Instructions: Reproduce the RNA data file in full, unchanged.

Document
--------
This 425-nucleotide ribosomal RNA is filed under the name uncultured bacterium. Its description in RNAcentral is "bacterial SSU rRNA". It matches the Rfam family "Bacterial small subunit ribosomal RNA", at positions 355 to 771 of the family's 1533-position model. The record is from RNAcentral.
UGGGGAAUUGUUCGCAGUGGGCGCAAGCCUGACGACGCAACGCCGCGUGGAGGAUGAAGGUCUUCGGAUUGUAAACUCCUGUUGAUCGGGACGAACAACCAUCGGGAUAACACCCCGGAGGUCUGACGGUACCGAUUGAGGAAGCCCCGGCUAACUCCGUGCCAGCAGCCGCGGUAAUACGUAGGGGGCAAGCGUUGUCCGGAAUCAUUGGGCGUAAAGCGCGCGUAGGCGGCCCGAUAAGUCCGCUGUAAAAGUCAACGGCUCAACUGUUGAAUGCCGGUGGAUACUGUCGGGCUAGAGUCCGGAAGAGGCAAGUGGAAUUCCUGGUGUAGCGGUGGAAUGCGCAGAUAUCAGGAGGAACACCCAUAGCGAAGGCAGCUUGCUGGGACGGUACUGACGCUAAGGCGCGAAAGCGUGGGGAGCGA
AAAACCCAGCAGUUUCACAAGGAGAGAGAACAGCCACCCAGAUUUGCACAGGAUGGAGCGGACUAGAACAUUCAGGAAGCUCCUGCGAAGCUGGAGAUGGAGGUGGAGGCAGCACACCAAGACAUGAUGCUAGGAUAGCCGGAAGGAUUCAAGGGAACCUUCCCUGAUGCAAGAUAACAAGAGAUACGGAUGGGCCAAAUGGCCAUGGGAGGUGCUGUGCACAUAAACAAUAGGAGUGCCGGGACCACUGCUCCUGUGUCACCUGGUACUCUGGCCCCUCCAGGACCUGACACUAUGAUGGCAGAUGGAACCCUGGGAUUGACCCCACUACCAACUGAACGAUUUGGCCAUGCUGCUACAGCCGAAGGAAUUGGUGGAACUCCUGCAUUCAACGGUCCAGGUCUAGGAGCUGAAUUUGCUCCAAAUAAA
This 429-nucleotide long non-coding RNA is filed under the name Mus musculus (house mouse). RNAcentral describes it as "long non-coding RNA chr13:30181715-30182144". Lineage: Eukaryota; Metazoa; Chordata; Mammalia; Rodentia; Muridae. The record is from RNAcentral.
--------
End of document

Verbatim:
This 425-nucleotide ribosomal RNA is filed under the name uncultured bacterium. Its description in RNAcentral is "bacterial SSU rRNA". It matches the Rfam family "Bacterial small subunit ribosomal RNA", at positions 355 to 771 of the family's 1533-position model. The record is from RNAcentral.
UGGGGAAUUGUUCGCAGUGGGCGCAAGCCUGACGACGCAACGCCGCGUGGAGGAUGAAGGUCUUCGGAUUGUAAACUCCUGUUGAUCGGGACGAACAACCAUCGGGAUAACACCCCGGAGGUCUGACGGUACCGAUUGAGGAAGCCCCGGCUAACUCCGUGCCAGCAGCCGCGGUAAUACGUAGGGGGCAAGCGUUGUCCGGAAUCAUUGGGCGUAAAGCGCGCGUAGGCGGCCCGAUAAGUCCGCUGUAAAAGUCAACGGCUCAACUGUUGAAUGCCGGUGGAUACUGUCGGGCUAGAGUCCGGAAGAGGCAAGUGGAAUUCCUGGUGUAGCGGUGGAAUGCGCAGAUAUCAGGAGGAACACCCAUAGCGAAGGCAGCUUGCUGGGACGGUACUGACGCUAAGGCGCGAAAGCGUGGGGAGCGA
AAAACCCAGCAGUUUCACAAGGAGAGAGAACAGCCACCCAGAUUUGCACAGGAUGGAGCGGACUAGAACAUUCAGGAAGCUCCUGCGAAGCUGGAGAUGGAGGUGGAGGCAGCACACCAAGACAUGAUGCUAGGAUAGCCGGAAGGAUUCAAGGGAACCUUCCCUGAUGCAAGAUAACAAGAGAUACGGAUGGGCCAAAUGGCCAUGGGAGGUGCUGUGCACAUAAACAAUAGGAGUGCCGGGACCACUGCUCCUGUGUCACCUGGUACUCUGGCCCCUCCAGGACCUGACACUAUGAUGGCAGAUGGAACCCUGGGAUUGACCCCACUACCAACUGAACGAUUUGGCCAUGCUGCUACAGCCGAAGGAAUUGGUGGAACUCCUGCAUUCAACGGUCCAGGUCUAGGAGCUGAAUUUGCUCCAAAUAAA
This 429-nucleotide long non-coding RNA is filed under the name Mus musculus (house mouse). RNAcentral describes it as "long non-coding RNA chr13:30181715-30182144". Lineage: Eukaryota; Metazoa; Chordata; Mammalia; Rodentia; Muridae. The record is from RNAcentral.